Express Warranty: A written warranty, issued by the manufacturer of a new motor vehicle. The express warranty provides certain promises concerning the vehicle’s condition, fitness for use, and the manufacturer’s obligations to repair the vehicle.
Incidental Charges: These are reasonable costs which may have been incurred by the consumer as a result of the vehicle’s defect(s). These may include towing charges, car rentals, and other related out of pocket expense, but do not include loss of use, loss of income, or personal injury claims.
Lemon Laws: The California Lemon Laws provide that any new or used vehicle covered under the manufacturers express warranty will be replaced or repurchased by the manufacturer if they are unable to repair problems within a reasonable number of repair attempts. This includes four (4) repair attempts for substantial manufacturing defects and two (2) repair attempts for safety related problems. A vehicle can also be considered a lemon if it has been out of service at an authorized repair facility, for more than 30 days within the first 18 months or 18,000 miles.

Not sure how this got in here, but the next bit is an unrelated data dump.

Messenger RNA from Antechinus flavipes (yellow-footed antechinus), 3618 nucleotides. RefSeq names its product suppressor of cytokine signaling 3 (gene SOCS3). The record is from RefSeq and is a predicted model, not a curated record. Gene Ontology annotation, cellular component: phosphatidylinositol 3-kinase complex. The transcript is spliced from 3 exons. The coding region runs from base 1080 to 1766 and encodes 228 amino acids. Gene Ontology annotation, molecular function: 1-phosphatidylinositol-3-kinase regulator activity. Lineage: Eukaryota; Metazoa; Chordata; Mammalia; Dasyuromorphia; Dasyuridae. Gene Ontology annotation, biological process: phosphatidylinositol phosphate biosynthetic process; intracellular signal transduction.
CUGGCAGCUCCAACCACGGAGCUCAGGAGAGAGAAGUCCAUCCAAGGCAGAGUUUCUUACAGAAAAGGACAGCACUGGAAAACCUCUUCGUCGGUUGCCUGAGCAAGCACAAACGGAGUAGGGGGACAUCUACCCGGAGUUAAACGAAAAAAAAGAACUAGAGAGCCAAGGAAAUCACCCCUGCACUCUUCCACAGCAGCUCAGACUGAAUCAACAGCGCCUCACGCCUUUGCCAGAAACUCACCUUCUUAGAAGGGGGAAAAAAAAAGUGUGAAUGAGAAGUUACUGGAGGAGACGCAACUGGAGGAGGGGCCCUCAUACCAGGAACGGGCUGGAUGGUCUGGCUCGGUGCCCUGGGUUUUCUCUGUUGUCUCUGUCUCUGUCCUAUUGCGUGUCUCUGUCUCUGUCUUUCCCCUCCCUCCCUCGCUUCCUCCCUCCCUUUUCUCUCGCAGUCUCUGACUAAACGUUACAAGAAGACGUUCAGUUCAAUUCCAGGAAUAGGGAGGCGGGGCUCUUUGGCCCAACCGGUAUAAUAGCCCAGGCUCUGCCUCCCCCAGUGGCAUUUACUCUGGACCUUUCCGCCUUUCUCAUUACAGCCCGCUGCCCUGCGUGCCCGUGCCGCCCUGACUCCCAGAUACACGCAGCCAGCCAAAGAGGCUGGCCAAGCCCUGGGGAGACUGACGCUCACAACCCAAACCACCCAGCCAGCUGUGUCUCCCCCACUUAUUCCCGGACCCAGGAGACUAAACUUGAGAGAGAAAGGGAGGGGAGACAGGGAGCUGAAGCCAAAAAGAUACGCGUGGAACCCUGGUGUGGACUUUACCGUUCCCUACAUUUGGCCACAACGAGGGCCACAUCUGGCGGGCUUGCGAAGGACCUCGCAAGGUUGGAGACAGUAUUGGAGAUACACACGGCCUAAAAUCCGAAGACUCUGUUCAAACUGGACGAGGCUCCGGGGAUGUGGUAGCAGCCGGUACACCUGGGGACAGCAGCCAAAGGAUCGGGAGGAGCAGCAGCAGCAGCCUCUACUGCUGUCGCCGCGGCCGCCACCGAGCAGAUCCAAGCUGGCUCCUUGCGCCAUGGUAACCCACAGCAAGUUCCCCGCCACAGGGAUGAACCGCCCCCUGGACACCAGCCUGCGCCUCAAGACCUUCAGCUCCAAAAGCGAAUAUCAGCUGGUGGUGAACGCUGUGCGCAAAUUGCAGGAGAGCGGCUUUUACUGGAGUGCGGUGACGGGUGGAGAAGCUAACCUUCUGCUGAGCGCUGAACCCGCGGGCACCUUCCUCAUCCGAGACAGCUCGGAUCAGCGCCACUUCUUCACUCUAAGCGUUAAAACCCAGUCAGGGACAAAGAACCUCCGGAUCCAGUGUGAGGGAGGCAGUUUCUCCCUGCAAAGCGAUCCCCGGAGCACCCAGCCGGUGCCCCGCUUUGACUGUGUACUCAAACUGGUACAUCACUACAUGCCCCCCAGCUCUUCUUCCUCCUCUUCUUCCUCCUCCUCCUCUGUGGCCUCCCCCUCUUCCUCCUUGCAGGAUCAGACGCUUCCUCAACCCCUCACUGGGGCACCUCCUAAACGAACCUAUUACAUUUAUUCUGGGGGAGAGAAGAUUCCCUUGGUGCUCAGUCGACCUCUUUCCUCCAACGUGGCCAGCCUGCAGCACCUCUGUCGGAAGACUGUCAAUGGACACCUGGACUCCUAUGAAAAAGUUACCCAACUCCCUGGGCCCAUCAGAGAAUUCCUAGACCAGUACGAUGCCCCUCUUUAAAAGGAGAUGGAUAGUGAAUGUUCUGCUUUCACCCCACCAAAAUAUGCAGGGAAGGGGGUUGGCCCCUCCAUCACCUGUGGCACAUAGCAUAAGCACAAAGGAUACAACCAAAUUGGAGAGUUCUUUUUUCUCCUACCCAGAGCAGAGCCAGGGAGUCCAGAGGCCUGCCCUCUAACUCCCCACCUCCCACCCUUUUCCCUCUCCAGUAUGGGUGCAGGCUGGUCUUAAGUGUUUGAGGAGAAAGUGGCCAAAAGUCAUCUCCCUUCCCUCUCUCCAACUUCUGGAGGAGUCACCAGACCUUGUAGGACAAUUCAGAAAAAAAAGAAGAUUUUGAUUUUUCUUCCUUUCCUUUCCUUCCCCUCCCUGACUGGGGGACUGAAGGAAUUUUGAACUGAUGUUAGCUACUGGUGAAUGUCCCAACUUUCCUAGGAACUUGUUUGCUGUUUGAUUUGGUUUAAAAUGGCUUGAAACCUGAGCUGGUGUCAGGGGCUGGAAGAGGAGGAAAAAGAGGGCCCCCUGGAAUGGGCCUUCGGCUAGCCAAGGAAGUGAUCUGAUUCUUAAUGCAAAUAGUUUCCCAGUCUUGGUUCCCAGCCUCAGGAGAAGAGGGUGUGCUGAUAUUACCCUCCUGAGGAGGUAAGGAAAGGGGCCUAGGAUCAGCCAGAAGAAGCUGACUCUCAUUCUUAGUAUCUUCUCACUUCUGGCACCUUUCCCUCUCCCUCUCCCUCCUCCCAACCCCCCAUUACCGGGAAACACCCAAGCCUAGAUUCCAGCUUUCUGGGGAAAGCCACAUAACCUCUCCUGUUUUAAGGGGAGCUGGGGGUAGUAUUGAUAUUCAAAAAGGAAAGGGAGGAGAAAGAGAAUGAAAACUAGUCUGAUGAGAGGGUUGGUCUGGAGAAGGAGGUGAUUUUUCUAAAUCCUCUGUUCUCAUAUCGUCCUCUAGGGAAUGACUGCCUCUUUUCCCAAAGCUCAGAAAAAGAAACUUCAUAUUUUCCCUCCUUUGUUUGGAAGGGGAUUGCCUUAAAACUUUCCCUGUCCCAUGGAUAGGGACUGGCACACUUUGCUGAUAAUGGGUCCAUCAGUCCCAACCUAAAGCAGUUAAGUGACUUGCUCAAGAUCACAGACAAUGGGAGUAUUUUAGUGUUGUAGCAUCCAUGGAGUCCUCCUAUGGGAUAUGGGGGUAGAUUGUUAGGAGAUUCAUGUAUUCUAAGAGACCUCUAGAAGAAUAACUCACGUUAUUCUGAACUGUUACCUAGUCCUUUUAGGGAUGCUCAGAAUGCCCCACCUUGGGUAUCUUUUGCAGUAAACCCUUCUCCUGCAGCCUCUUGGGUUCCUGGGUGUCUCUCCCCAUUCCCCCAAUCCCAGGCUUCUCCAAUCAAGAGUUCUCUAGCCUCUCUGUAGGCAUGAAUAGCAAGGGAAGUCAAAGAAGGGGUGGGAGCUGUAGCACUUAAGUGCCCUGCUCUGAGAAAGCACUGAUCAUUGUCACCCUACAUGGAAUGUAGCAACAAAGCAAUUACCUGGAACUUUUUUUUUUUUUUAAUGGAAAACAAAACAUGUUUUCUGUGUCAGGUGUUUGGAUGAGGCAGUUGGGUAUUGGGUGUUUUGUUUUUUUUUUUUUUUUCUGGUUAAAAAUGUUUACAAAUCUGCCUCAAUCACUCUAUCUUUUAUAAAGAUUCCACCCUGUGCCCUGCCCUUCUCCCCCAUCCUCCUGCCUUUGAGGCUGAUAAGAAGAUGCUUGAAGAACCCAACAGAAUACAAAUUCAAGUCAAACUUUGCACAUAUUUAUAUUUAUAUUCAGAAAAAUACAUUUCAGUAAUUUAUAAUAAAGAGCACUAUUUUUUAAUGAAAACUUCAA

Magnuson Moss Warranty Act: A federal Act, which is a group of laws, which provide legal rights for consumers.